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- Lichens the target of a High Arctic expedition by Canadian Museum of Nature scientists
Lichens the target of a High Arctic expedition by Canadian Museum of Nature scientists
Ottawa, June 30, 2017 – Two scientists from the Canadian Museum of Nature will have their noses close to the ground this July during a three-and-a-half-week journey to Canada’s High Arctic. Their goal: collect as many species as possible of lichens, dominant plant-like life forms that are often small and overlooked, but which are essential to maintaining the Arctic’s cycle of life.
“Lichens are found in virtually every terrestrial environment on earth, and they can be considered as ‘canaries in the coalmine’ since specific species can tell us about the overall environmental conditions of the soil and air,” explains Dr. Troy McMullin, the museum’s lichen expert who will be leading this expedition to Canada’s northernmost regions. He will be joined by senior research assistant Paul Sokoloff, a botanist with six previous Arctic plant-collecting expeditions Arctic under his belt.
The team leaves July 1 and returns July 25. The journey’s highlight will be a week at the end around Lake Hazen, one of Canada’s northernmost lakes, located on the tip of Ellesmere Island. The area’s 24-hour daylight will provide limitless hours for study and surveys of the surrounding land, which resides in Quttinirpaaq National Park.
Prior to Lake Hazen, the duo will start the expedition with about six days collecting lichens and vascular plants around Resolute on Cornwallis Island, then a few days near the Euraka research base on the Fosheim Peninsula of Ellesmere Island. They will then head to nearby Axel Heiberg Island, working from the McGill Arctic Research Station.
“It’s a whirlwind tour of the High Arctic, but with the focus this time on lichens” says Sokoloff. He notes that previous museum expeditions to document Arctic plant diversity have usually focussed on vascular plants, such as sedges, shrubs, grasses and saxifrages, as well as mosses. “With Troy’s expertise, we will be able to fill some important gaps in our knowledge of Arctic flora.”
Twin Otter aircraft provided the Polar Continental Shelf Project will convey the scientists to their main sites, and an aerial survey by helicopter will allow them to scope out habitats of interest on the Fosheim Peninsula. Once on the ground, it will be a matter of boots on the ground, as they fan out to record species and collect specimens for the museum’s national collections.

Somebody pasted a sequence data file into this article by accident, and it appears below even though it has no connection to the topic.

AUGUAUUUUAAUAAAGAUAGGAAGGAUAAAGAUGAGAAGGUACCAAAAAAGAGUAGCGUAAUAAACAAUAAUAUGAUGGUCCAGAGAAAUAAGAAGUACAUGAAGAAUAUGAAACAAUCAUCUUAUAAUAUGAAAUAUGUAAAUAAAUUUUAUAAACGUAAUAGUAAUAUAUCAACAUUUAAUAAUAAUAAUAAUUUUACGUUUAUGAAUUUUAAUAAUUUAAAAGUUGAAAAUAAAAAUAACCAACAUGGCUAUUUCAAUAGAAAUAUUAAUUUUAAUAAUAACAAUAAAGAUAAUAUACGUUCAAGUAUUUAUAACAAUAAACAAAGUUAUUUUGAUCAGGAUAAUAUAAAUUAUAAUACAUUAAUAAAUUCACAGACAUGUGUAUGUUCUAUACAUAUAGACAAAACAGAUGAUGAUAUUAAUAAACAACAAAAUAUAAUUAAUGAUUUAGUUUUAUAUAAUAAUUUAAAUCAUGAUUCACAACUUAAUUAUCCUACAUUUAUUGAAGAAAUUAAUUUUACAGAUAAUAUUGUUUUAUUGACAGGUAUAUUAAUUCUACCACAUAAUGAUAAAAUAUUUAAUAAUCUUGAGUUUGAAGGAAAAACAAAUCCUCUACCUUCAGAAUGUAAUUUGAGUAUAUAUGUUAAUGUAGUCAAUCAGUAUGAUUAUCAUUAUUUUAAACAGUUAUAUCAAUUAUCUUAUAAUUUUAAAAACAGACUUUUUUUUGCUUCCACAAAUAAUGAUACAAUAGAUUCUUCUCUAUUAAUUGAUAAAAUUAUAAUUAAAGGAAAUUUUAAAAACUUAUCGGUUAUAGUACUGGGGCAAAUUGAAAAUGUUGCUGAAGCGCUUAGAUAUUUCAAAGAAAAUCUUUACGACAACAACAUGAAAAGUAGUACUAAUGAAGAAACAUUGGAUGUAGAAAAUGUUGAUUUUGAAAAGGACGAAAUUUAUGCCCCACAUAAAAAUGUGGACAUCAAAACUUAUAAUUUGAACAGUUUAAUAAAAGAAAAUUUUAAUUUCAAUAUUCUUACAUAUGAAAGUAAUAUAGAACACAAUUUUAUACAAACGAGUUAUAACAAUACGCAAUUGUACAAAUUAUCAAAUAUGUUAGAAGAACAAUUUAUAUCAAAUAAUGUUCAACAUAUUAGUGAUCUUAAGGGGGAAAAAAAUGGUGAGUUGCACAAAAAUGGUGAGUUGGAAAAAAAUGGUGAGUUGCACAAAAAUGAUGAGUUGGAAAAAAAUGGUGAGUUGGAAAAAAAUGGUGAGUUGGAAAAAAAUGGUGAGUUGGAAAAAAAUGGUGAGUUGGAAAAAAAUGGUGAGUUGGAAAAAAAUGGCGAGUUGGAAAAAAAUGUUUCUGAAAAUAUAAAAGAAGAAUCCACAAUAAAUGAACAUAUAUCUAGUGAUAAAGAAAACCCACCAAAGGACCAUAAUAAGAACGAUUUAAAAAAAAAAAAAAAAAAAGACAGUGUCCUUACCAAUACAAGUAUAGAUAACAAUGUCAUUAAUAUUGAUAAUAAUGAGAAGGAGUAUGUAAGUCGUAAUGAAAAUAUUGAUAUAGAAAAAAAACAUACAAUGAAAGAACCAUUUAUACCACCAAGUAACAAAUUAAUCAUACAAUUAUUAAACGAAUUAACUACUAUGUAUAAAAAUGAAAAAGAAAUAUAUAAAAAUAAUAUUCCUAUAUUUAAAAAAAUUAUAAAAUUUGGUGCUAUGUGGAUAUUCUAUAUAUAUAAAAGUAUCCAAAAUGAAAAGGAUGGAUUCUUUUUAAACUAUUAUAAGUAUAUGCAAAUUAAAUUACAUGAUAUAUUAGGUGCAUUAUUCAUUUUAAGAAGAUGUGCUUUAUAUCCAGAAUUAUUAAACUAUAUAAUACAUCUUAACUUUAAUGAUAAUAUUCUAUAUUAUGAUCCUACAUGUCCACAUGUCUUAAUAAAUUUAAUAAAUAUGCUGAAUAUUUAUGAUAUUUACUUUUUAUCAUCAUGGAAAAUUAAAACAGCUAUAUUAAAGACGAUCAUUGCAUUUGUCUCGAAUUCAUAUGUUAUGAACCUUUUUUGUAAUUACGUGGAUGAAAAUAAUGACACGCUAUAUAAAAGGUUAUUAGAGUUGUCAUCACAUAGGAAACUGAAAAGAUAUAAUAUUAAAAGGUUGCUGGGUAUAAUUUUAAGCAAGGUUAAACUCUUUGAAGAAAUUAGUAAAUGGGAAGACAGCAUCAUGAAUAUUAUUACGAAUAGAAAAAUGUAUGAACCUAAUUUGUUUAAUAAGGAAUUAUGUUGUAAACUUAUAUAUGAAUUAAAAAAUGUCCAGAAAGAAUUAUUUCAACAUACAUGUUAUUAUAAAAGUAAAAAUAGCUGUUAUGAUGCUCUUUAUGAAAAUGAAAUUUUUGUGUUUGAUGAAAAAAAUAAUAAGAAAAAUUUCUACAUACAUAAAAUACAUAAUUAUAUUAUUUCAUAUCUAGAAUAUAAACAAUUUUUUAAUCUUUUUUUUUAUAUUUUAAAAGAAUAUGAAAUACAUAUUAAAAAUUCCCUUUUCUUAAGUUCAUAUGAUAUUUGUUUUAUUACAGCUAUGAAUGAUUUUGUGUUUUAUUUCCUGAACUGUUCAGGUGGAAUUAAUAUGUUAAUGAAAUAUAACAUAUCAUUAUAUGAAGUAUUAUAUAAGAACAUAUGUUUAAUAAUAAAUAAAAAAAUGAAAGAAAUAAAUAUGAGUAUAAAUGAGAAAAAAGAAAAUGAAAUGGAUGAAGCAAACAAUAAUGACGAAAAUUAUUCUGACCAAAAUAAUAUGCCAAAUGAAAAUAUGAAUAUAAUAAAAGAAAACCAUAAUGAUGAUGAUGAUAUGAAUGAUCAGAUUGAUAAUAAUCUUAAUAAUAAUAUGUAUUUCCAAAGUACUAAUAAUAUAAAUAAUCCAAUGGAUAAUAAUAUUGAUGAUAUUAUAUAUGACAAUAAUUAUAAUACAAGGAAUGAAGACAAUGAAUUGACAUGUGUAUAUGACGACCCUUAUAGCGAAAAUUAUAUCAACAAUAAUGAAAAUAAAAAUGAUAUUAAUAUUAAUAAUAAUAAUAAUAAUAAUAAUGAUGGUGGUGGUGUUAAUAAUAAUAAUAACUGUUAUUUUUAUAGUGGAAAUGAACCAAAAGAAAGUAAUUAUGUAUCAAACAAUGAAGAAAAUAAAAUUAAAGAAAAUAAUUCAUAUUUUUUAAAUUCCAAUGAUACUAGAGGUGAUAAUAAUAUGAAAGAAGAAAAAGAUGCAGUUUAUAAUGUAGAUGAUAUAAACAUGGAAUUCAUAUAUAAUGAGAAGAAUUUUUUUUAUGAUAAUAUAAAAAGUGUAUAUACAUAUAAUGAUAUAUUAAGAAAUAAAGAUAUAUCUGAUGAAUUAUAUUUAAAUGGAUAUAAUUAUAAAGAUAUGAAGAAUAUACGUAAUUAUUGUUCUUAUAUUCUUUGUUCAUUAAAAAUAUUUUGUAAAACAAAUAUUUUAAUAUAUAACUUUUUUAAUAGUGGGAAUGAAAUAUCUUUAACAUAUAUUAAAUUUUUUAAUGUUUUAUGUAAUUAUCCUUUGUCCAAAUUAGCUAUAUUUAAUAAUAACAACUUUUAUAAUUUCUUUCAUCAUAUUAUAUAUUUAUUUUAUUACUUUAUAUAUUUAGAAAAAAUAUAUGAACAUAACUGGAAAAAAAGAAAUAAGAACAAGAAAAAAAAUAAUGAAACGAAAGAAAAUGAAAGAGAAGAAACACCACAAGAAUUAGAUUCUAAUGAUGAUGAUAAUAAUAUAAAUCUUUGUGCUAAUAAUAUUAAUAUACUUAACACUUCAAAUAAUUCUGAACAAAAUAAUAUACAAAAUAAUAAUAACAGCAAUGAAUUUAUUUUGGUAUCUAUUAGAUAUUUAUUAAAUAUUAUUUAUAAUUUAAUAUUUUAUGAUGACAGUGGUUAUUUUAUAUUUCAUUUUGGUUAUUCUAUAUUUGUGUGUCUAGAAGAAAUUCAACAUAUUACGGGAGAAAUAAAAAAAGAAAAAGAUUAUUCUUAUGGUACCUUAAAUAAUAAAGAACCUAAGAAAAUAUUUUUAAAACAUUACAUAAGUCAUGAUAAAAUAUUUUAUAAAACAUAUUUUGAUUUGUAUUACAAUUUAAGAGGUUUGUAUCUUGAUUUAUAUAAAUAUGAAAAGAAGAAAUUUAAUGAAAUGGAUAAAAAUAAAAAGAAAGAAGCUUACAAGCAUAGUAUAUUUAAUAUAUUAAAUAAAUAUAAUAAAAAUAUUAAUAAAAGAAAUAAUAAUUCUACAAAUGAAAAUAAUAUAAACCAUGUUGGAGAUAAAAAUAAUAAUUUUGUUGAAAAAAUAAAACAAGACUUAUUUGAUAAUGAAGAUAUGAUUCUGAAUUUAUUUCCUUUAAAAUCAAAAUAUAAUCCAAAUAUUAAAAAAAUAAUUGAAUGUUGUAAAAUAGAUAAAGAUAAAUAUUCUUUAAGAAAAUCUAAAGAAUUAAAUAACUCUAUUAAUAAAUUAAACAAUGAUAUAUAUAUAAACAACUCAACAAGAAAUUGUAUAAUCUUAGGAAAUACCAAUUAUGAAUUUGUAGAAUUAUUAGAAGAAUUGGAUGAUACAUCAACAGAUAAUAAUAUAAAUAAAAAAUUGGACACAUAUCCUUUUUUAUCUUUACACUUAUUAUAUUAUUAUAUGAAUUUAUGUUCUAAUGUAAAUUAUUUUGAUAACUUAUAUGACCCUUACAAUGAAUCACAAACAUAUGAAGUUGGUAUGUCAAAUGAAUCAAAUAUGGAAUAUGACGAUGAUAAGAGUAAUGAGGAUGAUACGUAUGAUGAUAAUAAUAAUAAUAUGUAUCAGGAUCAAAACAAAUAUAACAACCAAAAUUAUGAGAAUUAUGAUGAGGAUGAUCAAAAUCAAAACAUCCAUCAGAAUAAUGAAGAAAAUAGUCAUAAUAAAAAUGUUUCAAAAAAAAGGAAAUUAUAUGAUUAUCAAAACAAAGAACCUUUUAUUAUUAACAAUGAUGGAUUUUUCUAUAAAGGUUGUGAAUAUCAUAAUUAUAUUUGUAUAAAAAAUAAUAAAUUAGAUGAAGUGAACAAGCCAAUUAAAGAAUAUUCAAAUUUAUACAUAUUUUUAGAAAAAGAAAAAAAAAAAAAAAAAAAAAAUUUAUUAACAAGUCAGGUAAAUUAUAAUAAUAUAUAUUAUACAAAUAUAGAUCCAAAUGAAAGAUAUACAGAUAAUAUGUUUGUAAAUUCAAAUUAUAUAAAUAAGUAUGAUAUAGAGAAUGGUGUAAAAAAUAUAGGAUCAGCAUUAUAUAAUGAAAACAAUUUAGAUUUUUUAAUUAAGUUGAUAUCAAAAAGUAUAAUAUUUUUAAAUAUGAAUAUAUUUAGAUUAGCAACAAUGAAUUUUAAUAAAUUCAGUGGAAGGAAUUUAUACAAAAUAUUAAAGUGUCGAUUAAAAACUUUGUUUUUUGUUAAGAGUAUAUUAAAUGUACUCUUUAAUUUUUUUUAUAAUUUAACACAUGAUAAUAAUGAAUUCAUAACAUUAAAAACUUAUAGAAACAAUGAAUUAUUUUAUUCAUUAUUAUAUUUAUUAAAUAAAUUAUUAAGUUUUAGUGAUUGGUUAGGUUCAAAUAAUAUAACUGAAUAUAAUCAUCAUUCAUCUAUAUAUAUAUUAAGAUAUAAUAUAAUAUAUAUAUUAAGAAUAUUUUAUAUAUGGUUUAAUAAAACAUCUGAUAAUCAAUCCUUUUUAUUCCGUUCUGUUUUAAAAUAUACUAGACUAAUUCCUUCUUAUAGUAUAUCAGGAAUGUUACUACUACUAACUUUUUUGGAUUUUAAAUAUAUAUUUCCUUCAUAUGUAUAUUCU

The Canadian Museum of Nature has a world-class collection of lichens, with about 150,000 specimens, much of it collected and curated by researcher emeritus Dr. Irwin Brodo. While lichens across Canada are well represented, Brodo only collected once in the Arctic on Bathurst Island. McMullin’s expedition with Sokoloff will provide a much more comprehensive record of lichen diversity.
“There are an estimated 1,000 species of lichens in Canada’s Arctic, but there are approximately 1,700 known from the Arctic globally. I suspect many species in Canada have not yet been discovered, particularly in the poorly studied areas such as the High Arctic,” notes McMullin. “These collections will add to the inventory of what species are known and where they are found, and provide a baseline for future ecological studies in the Arctic.”
The expedition is part of the museum’s ongoing Arctic Flora Project. The goal of this international project is to collect, map and identify the more than 800 species of vascular plants (as well as mosses and lichens) that are thought to populate the Canadian Arctic and northern Alaska. Logistics support for the lichen expedition is provided by the Polar Continental Shelf Project.
Lichens are found on every continent and can grow in frigid polar regions, harsh deserts, as well as your backyard! A lichen is part fungus and part green alga or a cyanobacterium (sometimes both). Some lichens create nitrogen for the soil and are the main source of food for caribou. Lichens play important roles in ecosystems: they are among the first colonizers of bare rock, they provide food for animals, habitats for insects, and they can serve as air-pollution monitors. Lichens are also used in dyes and traditional medicine.One of the most common lichens found in the Arctic is the bright-orange elegant sunburst lichen (Xanthoria elegans).
About the Canadian Museum of Nature
Canada's national museum of natural history and natural sciences provides evidence-based insights, inspiring experiences and meaningful engagement with nature's past, present and future. It achieves this through scientific research, a 14 million specimen collection, education programs, signature and travelling exhibitions, and a dynamic web site, nature.ca. The museum’s Centre for Arctic Knowledge and Exploration continues the museum’s legacy of more than 100 years of research, documentation, and collections about the biodiversity of Canada’s North.
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